Recently I came across a document that is meaningful to me in several ways: the divorce document from January 1987 that finally ended my first marriage. As I held the papers in my hands, I smiled as it brought to mind something that, at first glance, seems unrelated.
I left my first husband in 1985, at the age of just 22, bringing our 4-year old son with me. I was luckier than most, as I had supportive parents who happily invited us to live with them in Phoenix while I worked to start over. But I found it difficult to embark on a new life as a single parent, and I didn’t have the money for an attorney to turn my separation into a divorce.
I got a job right away as an assistant at a small accounting firm. My job was to make copies, keep the conference room organized, and be a general helper to the three partner accountants. I learned that I could do any task set to me, and after just a few months the partners increased my task list and my salary.
One of the partners, Allen English, was a fastidious, devoted family man who came to the office early and started each day by clipping his nails at his desk — to this day the sound of nail clippers makes me think of him. He was extremely busy, as were all of the partners, but he differed from the others in that he treated the office staff like colleagues.
One day, Allen overheard a conversation I had with the office manager about my situation, that I couldn’t afford a divorce attorney and felt stuck. That afternoon he called me into his office, handed me the business card of an attorney friend of his, and told me that he’d made arrangements to foot the bill for my divorce.
I know that in this #MeToo age this smacks of something on the edge of inappropriate, but it was not. There was never an instant of innuendo or suggestion of quid pro quo. He just saw that I was a young person ready to start my life who was trapped in a bad situation. The cost was trivial for him, but this act of generosity changed my life.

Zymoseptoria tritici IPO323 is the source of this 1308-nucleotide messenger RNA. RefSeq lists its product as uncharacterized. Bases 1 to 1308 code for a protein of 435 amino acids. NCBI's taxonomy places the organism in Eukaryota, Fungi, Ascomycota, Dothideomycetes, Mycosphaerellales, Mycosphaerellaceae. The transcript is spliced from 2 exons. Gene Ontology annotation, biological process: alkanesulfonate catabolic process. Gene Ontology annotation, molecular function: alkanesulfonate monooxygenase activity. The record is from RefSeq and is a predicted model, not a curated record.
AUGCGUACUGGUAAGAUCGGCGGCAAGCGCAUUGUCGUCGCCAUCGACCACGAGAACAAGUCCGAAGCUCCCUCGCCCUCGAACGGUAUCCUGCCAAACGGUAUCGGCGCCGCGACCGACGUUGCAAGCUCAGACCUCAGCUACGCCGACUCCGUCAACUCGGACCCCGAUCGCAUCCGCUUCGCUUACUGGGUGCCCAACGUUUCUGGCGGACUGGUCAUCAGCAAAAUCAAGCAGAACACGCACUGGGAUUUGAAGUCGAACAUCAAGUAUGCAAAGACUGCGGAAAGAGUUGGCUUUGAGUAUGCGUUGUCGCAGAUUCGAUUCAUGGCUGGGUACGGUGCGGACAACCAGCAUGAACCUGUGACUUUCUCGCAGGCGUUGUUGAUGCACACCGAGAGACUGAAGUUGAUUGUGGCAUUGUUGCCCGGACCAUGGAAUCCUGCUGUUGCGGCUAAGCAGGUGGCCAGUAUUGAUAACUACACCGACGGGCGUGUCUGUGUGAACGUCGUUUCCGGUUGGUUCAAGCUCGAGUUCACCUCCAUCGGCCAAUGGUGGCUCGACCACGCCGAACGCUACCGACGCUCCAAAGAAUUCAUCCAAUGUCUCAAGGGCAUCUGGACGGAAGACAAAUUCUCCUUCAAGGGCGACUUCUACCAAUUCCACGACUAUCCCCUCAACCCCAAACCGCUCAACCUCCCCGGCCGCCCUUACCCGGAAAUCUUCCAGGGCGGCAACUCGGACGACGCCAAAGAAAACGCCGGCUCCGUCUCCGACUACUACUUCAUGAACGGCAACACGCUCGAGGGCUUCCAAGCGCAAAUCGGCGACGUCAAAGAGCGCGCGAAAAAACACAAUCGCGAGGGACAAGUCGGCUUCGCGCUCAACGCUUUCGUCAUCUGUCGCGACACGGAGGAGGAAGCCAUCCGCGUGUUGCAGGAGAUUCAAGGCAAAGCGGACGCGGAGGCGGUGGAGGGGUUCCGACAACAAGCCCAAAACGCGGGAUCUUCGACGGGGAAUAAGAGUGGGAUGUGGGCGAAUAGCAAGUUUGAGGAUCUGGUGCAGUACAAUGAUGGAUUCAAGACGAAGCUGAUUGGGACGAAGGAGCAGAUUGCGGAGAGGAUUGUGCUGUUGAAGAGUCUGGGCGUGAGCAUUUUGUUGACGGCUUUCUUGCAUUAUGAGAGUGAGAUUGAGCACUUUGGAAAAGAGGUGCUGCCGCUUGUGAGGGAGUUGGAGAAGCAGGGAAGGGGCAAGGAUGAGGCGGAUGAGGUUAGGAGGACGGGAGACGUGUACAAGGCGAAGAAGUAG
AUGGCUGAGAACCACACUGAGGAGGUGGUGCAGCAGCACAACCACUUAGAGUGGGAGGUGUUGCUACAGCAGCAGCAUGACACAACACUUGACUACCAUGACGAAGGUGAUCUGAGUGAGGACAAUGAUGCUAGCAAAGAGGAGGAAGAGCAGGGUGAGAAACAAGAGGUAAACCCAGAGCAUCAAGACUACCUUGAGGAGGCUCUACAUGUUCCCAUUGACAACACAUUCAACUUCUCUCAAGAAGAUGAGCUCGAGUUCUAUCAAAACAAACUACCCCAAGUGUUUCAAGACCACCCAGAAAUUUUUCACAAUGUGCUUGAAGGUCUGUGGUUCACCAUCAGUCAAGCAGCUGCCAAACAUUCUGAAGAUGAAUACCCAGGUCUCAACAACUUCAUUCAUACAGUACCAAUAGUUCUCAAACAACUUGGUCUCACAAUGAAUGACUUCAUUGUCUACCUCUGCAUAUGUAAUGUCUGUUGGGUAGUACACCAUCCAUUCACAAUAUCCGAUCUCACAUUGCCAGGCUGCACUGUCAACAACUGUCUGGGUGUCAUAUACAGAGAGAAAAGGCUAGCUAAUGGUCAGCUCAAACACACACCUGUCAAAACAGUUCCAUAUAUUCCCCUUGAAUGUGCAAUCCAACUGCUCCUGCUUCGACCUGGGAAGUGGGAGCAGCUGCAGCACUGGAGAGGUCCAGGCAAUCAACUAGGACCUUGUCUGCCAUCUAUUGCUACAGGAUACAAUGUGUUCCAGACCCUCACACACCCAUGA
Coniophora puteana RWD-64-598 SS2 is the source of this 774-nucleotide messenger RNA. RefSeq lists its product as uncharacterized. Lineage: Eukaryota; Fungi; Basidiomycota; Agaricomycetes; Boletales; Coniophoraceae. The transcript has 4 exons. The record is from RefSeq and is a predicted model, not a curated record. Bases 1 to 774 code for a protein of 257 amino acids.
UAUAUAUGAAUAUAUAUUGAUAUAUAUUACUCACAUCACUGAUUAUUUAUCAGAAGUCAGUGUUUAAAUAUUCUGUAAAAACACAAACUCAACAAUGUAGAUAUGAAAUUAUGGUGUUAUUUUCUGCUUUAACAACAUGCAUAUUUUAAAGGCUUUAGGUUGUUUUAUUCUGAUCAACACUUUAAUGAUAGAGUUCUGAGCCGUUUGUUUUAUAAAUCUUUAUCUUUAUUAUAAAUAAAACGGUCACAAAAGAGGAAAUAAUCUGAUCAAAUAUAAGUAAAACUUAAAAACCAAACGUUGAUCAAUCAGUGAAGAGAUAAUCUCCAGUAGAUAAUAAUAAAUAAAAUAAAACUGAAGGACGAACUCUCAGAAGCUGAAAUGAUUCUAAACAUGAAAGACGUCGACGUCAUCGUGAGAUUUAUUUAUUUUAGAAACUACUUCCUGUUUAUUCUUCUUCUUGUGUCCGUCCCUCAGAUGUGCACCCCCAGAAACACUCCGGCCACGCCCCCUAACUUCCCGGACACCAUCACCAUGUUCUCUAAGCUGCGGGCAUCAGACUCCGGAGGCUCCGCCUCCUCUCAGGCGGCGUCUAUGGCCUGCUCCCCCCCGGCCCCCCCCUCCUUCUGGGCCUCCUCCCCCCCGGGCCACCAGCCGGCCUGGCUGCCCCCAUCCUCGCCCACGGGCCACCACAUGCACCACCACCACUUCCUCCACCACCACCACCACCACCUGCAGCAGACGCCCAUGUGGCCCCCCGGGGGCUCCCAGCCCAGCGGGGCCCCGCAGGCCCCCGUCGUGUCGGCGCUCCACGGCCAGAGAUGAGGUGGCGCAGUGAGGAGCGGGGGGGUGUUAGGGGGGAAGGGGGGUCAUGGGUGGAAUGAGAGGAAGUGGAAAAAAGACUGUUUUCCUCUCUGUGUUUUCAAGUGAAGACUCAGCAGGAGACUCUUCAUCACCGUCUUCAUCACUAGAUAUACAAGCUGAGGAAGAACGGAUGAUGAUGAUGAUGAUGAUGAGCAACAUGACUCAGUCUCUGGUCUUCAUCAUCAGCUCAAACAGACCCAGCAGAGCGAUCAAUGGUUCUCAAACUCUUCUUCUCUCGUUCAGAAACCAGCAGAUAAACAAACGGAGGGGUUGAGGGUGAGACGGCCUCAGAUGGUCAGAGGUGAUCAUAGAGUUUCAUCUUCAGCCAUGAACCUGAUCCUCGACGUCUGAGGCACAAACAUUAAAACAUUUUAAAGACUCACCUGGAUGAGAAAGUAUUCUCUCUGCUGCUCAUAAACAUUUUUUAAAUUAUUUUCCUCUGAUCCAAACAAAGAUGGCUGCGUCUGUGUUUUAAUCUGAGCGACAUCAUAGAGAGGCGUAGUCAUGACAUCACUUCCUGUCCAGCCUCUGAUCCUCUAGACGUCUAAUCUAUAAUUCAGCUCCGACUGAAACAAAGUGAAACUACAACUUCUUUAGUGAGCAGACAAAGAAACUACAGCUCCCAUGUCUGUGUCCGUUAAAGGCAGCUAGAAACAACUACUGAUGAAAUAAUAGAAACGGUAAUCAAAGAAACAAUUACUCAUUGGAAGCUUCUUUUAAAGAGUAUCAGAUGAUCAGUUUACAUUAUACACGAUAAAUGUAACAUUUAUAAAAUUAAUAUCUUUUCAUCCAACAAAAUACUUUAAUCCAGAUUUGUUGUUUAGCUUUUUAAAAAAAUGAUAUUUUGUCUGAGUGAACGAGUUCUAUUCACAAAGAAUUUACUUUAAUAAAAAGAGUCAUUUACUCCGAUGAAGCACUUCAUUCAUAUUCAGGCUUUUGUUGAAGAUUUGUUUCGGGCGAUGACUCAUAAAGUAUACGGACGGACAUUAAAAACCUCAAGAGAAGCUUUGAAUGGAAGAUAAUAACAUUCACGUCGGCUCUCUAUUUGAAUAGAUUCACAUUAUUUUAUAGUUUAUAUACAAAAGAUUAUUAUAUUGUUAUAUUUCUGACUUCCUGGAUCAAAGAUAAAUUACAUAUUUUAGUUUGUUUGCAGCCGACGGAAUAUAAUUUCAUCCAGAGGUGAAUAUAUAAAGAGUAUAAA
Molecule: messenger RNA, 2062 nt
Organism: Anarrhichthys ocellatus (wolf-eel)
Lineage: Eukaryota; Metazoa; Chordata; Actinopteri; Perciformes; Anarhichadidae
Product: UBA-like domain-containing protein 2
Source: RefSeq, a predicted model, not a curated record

All the years since then, if something brings him to mind, I think about Allen with appreciation. I won’t say he is a towering figure in my memories because we didn’t really know each other well: how much do you remember about a boss you had more than thirty years ago? But his quiet influence, professional example, and generosity will always stay with me.
Fast forward to sometime in the mid 20-teens when I was in Phoenix and I ran into an older, grayer Allen, probably in a restaurant lobby, although I don’t quite recall. I approached him and asked if he was Allen English. He was. The Allen English who had been an accountant in Phoenix? He was. I reached to shake his hand as I told him my name and that I was happy to see him again. He shook my hand and said the niceties one would expect, but it was obvious that he had no memory of me at all.
And this, takes me to my point.
This man had made such a massive impression on me, and yet he didn’t remember me at all. But then, why on earth would he? It doesn’t matter that the impression wasn’t reciprocal. What matters is that we pass our gifts and lessons on to each other and move on.
There, shaking his hand, I could have reminded him that I was the kid that he’d helped, that his single afternoon of generosity in 1986 had impacted my entire life. But he was there with other people and ready to get on with his night, not be waylaid by a stranger. And that was fine.
I don’t believe in heaven, reincarnation, or any sort of afterlife. Instead, I think that the only thing that survives when we die is whatever is remembered about us: that instant of warmth when the memory of you brings a smile to someone’s face. It is these moments of kindness that live on in others.
Allen has no idea that there’s a person is this world who remembers a moment of his generosity when he was a young man. And I have to ask myself: what have I done and what can I yet do that could make this much of an impact on someone else. What can I do that may bring a smile to someone’s face after I’m gone?